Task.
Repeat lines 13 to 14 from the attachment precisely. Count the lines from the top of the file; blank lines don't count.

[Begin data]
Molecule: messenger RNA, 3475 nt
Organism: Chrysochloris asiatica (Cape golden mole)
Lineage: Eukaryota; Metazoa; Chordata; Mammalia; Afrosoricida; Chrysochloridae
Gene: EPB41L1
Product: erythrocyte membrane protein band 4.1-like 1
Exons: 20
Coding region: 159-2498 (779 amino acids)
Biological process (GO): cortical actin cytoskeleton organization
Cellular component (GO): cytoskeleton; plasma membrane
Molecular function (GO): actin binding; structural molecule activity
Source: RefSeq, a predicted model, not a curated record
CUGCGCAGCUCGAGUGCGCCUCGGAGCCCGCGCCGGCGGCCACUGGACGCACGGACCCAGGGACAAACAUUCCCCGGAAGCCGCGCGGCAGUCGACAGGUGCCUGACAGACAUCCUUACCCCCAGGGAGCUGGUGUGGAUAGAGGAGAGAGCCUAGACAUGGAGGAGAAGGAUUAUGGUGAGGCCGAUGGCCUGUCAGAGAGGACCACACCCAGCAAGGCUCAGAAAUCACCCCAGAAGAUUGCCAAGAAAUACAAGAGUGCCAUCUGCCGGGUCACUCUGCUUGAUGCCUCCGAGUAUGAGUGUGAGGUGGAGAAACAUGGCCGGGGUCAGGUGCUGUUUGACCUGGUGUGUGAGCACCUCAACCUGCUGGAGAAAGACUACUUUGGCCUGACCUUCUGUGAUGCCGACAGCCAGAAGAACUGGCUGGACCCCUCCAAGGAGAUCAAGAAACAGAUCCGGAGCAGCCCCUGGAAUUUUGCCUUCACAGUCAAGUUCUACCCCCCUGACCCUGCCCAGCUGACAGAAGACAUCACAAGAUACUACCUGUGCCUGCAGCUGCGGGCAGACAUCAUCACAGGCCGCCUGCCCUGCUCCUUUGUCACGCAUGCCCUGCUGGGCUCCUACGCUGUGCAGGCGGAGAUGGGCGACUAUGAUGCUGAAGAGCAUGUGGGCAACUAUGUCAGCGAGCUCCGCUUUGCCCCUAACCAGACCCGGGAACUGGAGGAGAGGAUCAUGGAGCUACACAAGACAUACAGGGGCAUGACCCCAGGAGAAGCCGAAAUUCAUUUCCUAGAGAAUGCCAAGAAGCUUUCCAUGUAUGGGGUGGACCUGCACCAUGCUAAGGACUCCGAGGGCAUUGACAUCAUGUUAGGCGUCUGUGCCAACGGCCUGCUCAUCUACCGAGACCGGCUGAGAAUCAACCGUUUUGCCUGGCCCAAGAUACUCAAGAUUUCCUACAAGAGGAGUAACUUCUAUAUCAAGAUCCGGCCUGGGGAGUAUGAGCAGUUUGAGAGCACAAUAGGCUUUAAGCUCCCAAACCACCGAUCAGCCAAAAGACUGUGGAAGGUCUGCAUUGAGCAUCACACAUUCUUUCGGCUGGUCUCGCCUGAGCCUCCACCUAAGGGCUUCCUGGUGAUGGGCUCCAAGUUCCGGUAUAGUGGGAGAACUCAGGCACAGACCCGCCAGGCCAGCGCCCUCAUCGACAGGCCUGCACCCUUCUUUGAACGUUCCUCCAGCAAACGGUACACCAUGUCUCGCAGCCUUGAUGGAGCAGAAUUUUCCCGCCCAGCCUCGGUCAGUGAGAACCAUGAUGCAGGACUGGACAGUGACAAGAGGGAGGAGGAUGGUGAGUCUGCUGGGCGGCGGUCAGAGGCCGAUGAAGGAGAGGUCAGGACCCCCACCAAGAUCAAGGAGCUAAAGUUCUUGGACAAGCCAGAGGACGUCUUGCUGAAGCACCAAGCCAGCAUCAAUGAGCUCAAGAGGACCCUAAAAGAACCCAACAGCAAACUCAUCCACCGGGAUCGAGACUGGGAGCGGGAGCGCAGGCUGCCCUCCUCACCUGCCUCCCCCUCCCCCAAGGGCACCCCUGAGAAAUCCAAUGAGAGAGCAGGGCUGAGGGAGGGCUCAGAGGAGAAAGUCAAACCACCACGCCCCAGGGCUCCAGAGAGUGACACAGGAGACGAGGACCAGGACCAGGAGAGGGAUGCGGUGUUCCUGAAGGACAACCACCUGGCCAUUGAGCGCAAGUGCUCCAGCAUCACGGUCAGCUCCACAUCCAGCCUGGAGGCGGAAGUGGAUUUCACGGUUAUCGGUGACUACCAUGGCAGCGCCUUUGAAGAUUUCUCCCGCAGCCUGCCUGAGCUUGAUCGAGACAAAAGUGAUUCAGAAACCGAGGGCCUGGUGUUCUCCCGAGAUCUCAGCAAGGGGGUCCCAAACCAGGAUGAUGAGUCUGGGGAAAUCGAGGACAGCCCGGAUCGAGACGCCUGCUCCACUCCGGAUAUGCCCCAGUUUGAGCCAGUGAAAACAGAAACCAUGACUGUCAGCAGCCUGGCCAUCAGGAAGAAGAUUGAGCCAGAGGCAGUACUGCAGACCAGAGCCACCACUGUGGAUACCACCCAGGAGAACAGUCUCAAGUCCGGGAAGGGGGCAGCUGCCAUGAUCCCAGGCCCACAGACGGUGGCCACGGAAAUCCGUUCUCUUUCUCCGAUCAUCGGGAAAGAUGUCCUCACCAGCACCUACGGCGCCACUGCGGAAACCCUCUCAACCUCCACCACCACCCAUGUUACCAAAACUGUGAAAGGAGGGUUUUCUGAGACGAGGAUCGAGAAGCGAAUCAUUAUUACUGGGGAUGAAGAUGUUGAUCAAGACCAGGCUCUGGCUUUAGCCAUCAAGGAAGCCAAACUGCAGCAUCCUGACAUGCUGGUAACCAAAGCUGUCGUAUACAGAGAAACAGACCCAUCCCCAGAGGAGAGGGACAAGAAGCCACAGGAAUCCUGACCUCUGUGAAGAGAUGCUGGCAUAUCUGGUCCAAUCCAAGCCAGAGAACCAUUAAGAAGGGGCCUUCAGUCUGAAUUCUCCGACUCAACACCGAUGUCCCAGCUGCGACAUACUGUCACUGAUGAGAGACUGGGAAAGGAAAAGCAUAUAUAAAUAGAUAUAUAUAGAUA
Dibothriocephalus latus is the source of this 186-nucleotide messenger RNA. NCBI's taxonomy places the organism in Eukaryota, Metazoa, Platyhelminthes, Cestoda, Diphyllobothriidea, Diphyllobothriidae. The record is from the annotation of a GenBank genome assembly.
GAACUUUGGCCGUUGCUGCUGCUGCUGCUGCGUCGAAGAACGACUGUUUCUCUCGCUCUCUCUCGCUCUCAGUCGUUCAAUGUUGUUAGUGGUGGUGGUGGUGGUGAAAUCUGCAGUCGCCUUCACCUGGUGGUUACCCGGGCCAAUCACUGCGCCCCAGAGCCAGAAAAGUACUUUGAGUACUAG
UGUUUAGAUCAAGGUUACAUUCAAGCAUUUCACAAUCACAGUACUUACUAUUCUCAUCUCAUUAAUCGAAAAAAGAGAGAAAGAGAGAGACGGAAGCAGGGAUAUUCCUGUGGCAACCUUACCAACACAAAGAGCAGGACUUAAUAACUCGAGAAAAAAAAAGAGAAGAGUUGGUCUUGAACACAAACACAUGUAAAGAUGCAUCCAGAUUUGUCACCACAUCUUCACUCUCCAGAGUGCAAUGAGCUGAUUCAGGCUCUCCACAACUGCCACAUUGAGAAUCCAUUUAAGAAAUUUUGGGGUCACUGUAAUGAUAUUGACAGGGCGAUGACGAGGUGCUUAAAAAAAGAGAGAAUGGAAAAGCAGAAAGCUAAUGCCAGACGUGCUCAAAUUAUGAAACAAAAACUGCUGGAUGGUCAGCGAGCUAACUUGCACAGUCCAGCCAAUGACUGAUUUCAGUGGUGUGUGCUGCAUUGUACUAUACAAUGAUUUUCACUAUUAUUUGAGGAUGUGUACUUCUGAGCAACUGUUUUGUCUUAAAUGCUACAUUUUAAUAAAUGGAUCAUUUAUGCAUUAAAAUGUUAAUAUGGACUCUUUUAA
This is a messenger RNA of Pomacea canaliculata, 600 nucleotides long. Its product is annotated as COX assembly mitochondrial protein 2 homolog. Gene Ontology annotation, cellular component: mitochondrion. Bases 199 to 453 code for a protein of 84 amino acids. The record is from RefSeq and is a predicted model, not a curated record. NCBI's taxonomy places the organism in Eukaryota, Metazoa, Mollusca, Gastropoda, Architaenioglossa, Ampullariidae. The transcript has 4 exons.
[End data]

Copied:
Dibothriocephalus latus is the source of this 186-nucleotide messenger RNA. NCBI's taxonomy places the organism in Eukaryota, Metazoa, Platyhelminthes, Cestoda, Diphyllobothriidea, Diphyllobothriidae. The record is from the annotation of a GenBank genome assembly.
GAACUUUGGCCGUUGCUGCUGCUGCUGCUGCGUCGAAGAACGACUGUUUCUCUCGCUCUCUCUCGCUCUCAGUCGUUCAAUGUUGUUAGUGGUGGUGGUGGUGGUGAAAUCUGCAGUCGCCUUCACCUGGUGGUUACCCGGGCCAAUCACUGCGCCCCAGAGCCAGAAAAGUACUUUGAGUACUAG